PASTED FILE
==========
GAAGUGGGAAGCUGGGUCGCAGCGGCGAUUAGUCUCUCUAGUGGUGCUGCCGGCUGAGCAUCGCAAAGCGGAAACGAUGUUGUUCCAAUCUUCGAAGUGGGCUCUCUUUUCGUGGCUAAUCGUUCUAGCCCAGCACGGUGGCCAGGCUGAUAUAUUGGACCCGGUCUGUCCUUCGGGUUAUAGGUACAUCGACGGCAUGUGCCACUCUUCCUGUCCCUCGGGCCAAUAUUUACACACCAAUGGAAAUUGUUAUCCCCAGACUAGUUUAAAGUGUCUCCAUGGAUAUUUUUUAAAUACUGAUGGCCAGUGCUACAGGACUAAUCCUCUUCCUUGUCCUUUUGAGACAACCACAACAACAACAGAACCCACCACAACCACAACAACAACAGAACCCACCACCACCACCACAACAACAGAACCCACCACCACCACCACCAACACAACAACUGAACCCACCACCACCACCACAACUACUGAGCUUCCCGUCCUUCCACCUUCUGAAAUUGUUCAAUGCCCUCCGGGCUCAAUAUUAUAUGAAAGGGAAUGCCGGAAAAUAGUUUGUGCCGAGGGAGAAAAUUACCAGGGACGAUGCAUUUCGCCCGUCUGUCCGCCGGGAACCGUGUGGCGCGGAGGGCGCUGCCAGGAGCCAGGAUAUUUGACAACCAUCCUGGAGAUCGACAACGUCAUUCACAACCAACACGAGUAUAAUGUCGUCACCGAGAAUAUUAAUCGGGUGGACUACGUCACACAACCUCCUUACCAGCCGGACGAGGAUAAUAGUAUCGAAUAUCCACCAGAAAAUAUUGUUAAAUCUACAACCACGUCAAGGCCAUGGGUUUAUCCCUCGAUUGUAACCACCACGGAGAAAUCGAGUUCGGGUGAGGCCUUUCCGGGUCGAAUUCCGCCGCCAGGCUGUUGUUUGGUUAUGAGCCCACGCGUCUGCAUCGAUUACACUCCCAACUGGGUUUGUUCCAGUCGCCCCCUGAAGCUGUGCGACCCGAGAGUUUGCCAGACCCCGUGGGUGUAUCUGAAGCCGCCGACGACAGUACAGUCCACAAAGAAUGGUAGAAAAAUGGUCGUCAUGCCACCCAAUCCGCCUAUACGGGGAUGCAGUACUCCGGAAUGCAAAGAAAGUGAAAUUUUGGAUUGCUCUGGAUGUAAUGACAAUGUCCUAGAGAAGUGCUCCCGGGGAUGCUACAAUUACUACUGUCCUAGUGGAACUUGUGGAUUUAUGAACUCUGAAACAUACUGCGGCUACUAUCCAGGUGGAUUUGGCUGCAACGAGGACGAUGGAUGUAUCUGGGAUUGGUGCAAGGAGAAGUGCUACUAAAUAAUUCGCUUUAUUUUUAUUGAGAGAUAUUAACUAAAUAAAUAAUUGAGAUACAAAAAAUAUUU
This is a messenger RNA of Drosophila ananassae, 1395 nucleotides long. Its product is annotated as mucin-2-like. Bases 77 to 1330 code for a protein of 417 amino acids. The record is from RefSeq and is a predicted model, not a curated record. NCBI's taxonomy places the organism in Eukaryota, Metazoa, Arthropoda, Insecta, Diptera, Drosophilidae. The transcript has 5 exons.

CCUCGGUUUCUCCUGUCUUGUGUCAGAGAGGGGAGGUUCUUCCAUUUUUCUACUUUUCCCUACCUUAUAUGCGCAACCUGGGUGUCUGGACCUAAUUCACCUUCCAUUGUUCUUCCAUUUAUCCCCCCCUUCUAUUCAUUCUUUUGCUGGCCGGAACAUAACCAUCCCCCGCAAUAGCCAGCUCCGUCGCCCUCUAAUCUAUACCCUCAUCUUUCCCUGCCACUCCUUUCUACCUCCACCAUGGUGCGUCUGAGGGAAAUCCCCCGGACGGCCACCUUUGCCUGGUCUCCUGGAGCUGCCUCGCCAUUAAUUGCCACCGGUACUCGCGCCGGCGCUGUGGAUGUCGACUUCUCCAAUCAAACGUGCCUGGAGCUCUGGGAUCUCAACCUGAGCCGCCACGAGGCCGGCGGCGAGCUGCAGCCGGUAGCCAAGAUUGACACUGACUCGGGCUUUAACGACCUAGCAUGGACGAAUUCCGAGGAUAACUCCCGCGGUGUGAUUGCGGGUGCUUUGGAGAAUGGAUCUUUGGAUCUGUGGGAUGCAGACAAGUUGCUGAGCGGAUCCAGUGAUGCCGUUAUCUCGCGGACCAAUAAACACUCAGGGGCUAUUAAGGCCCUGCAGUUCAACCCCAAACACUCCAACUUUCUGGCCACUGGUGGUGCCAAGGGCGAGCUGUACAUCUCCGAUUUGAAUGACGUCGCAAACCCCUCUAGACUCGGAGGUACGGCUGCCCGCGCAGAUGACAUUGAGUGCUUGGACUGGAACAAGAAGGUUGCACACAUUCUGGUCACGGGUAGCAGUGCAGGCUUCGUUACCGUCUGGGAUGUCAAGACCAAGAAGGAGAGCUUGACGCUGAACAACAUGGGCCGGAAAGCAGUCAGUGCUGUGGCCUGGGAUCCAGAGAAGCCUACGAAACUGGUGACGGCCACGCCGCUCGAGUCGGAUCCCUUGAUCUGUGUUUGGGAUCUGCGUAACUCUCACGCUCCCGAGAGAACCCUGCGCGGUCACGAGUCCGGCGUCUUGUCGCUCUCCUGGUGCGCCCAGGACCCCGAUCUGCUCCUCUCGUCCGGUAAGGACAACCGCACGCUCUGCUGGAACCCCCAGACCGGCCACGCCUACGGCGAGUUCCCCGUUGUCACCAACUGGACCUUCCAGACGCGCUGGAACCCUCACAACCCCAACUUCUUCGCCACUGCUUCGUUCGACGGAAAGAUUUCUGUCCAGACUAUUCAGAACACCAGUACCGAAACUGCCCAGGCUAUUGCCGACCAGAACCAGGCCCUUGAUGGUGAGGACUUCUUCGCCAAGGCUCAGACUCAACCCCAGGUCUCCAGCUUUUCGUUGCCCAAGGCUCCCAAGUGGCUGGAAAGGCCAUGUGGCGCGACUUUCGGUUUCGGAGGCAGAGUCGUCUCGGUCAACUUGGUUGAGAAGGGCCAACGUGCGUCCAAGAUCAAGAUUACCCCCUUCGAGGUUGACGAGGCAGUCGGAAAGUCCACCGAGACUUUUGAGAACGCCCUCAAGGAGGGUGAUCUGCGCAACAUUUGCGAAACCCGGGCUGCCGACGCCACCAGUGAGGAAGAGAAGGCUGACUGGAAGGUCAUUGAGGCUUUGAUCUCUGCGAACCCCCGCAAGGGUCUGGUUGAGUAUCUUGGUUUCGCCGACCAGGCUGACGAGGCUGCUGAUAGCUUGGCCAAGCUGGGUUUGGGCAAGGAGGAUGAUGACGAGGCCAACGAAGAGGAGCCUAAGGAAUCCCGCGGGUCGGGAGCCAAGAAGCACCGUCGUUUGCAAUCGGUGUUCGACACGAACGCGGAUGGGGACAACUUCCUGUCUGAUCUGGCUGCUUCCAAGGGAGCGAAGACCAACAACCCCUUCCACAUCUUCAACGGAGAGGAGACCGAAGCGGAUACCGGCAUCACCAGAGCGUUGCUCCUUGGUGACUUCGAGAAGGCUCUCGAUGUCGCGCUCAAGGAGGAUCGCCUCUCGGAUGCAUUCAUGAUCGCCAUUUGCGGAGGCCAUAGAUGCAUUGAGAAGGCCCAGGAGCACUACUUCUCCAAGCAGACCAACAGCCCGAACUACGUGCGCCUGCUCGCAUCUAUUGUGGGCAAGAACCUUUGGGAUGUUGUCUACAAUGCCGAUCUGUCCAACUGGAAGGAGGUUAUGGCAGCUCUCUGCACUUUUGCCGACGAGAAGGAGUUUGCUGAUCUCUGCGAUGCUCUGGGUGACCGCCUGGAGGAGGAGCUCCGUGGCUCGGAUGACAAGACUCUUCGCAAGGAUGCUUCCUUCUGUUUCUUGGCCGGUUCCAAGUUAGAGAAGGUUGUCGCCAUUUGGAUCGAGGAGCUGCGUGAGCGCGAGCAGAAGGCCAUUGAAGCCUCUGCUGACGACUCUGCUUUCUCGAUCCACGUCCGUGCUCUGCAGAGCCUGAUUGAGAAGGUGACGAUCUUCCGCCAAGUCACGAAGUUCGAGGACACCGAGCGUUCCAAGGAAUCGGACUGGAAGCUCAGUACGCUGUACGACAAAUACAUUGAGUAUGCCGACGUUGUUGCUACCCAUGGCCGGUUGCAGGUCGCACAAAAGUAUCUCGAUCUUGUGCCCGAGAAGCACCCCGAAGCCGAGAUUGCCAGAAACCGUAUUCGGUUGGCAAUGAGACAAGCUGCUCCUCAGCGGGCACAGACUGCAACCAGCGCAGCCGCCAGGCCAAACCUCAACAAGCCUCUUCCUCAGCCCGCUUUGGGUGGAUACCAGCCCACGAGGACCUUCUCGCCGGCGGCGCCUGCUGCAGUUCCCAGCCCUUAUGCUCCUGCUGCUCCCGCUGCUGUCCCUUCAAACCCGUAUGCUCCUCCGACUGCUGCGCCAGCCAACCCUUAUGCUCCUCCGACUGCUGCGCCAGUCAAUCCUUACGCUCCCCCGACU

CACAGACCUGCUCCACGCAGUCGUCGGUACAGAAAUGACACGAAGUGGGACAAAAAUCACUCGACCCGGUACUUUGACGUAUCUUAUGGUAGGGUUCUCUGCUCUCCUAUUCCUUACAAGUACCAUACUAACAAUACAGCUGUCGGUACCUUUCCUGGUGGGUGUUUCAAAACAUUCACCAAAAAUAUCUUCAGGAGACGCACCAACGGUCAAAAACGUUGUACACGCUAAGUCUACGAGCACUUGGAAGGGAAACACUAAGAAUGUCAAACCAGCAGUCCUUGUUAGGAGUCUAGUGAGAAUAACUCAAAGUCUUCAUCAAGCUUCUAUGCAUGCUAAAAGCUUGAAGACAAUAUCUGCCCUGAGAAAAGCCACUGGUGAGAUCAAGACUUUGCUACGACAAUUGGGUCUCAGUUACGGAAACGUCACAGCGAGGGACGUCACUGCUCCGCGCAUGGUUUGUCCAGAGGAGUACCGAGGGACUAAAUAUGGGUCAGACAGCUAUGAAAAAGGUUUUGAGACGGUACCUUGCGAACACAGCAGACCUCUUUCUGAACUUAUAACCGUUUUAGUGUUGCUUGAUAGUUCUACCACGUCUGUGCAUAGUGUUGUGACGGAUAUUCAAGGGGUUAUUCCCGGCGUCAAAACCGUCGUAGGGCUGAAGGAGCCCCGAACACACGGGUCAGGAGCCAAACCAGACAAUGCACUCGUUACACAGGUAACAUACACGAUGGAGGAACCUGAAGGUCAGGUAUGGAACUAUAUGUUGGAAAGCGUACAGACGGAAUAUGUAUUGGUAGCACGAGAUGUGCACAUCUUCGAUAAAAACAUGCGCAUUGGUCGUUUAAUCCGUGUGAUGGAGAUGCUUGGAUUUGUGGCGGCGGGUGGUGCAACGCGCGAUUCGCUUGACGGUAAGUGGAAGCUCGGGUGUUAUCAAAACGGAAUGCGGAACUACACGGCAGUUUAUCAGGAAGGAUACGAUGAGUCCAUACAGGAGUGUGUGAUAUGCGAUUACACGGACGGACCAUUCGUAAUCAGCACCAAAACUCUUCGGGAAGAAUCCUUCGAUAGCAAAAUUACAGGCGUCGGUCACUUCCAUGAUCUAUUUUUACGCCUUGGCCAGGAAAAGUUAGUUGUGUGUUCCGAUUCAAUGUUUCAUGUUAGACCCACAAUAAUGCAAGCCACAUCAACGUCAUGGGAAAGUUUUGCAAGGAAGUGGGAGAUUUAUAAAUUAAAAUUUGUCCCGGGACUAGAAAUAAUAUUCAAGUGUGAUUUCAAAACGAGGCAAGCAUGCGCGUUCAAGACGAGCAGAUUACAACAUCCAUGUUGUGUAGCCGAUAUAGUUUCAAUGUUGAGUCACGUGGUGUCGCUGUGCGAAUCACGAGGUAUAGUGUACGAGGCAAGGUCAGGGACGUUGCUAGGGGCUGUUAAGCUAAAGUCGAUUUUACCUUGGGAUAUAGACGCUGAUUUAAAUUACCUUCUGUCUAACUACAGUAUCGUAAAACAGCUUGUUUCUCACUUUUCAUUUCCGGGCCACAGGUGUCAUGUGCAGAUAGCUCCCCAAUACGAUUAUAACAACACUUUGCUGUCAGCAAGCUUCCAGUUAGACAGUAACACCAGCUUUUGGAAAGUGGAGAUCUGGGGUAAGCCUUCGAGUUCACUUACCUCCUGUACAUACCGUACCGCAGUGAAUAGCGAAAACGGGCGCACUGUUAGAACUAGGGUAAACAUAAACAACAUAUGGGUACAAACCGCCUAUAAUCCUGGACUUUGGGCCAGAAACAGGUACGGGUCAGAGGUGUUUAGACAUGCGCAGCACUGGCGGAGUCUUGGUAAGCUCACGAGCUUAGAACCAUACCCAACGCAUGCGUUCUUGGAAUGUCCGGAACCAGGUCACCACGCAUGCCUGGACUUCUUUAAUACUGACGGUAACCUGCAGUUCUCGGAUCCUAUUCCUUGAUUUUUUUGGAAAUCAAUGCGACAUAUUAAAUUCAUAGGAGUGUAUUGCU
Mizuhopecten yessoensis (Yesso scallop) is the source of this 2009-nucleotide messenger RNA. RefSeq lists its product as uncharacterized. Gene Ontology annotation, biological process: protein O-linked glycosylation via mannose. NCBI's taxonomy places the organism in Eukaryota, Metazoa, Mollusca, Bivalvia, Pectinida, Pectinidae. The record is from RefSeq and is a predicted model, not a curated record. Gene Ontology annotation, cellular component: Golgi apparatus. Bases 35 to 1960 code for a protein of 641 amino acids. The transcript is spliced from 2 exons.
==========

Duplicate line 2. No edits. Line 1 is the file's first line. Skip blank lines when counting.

This is a messenger RNA of Drosophila ananassae, 1395 nucleotides long. Its product is annotated as mucin-2-like. Bases 77 to 1330 code for a protein of 417 amino acids. The record is from RefSeq and is a predicted model, not a curated record. NCBI's taxonomy places the organism in Eukaryota, Metazoa, Arthropoda, Insecta, Diptera, Drosophilidae. The transcript has 5 exons.